If you’re into history and challenging mountain roads, Dalton Pass is a must. This route was once the main passageway connecting Nueva Vizcaya and Nueva Ecija and was the site of the bloody Battle of Balete Pass during World War II. American and Filipino troops battled it out with Japanese forces over this strategic location, leading to the death of American General James Dalton. This pass is now named after him, and bears multiple markers and memorials to commemorate its bloody past. The zigzag road stretches across the Caraballo and the Sierra Madre mountain ranges so the drive can be tricky—but the majestic views will be more than enough reward.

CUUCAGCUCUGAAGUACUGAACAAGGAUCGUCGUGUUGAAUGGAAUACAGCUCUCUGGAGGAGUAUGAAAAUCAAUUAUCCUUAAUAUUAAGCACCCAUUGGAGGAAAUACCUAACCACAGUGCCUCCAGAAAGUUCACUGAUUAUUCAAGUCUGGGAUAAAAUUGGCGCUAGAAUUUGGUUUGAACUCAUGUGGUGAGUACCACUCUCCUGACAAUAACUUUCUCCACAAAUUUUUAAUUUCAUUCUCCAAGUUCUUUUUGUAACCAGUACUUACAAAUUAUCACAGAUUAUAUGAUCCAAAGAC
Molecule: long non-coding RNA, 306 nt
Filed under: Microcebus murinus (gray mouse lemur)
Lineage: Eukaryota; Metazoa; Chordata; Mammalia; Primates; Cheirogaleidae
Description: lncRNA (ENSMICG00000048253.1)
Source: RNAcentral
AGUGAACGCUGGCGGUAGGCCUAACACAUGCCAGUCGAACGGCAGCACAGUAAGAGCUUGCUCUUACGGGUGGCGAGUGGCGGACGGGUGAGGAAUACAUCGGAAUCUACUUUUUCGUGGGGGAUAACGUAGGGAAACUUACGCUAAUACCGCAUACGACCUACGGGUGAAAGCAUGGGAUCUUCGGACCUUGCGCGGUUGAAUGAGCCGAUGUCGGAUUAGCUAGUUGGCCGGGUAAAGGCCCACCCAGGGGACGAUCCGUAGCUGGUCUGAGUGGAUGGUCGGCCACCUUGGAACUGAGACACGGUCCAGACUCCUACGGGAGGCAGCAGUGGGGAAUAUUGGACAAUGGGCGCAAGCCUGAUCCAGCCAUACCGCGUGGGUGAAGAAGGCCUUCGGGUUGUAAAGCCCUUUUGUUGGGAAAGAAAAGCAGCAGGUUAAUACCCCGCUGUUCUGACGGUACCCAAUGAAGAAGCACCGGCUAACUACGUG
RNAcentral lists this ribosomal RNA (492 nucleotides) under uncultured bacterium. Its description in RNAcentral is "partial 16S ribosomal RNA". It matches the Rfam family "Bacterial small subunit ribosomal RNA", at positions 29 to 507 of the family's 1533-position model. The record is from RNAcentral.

Another biker’s favorite, Ternate-Nasugbu winds along the coast of Nasugbu Bay, Batangas, to Ternate, Cavite. While the entire route has amazing views of the bay or of lush forests, the highway also cuts across the Mount Palay-Palay National Park, to treat you to even more greenery and fresh air—and maybe even a couple of cheeky monkeys by the roadside. Plus, the highway takes you right through Kaybiang Tunnel, the Philippines’ longest road tunnel at 300 meters.
This story originally appeared on Spot.ph. Minor edits have been made by the Esquiremag.ph editors.